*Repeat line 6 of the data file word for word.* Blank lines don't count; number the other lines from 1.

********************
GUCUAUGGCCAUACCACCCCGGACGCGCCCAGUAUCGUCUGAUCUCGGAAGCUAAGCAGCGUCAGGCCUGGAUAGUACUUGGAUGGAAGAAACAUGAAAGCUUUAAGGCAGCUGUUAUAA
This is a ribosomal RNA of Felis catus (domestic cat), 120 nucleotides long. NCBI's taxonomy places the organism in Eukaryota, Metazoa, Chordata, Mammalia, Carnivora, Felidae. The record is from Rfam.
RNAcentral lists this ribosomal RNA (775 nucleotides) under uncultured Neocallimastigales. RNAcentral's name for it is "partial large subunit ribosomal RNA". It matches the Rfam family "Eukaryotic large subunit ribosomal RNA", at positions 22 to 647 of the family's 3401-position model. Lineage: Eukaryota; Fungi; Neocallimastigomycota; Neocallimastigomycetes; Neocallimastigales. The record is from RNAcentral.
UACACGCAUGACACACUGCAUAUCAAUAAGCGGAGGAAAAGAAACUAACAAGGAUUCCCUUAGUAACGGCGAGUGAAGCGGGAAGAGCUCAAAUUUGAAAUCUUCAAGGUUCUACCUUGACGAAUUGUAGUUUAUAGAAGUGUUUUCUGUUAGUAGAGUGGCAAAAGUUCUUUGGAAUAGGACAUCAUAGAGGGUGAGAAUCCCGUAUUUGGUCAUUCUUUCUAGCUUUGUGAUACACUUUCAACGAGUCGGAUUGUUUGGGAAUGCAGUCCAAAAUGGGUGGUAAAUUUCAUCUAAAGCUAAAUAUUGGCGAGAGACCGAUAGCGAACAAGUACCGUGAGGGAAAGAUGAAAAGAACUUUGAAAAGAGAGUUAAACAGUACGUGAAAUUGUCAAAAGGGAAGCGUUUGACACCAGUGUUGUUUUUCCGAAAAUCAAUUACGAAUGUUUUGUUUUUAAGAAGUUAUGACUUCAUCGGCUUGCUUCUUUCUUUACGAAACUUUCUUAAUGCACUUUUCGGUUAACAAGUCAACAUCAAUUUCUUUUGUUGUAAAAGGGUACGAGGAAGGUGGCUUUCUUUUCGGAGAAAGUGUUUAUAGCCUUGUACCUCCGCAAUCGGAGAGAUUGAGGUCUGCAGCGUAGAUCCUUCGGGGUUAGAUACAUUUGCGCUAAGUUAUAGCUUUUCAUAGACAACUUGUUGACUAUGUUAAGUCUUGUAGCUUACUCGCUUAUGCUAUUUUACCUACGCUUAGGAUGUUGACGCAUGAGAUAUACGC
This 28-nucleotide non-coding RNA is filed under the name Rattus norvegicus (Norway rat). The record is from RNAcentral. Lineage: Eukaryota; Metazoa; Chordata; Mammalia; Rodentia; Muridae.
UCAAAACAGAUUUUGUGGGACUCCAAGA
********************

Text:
UCAAAACAGAUUUUGUGGGACUCCAAGA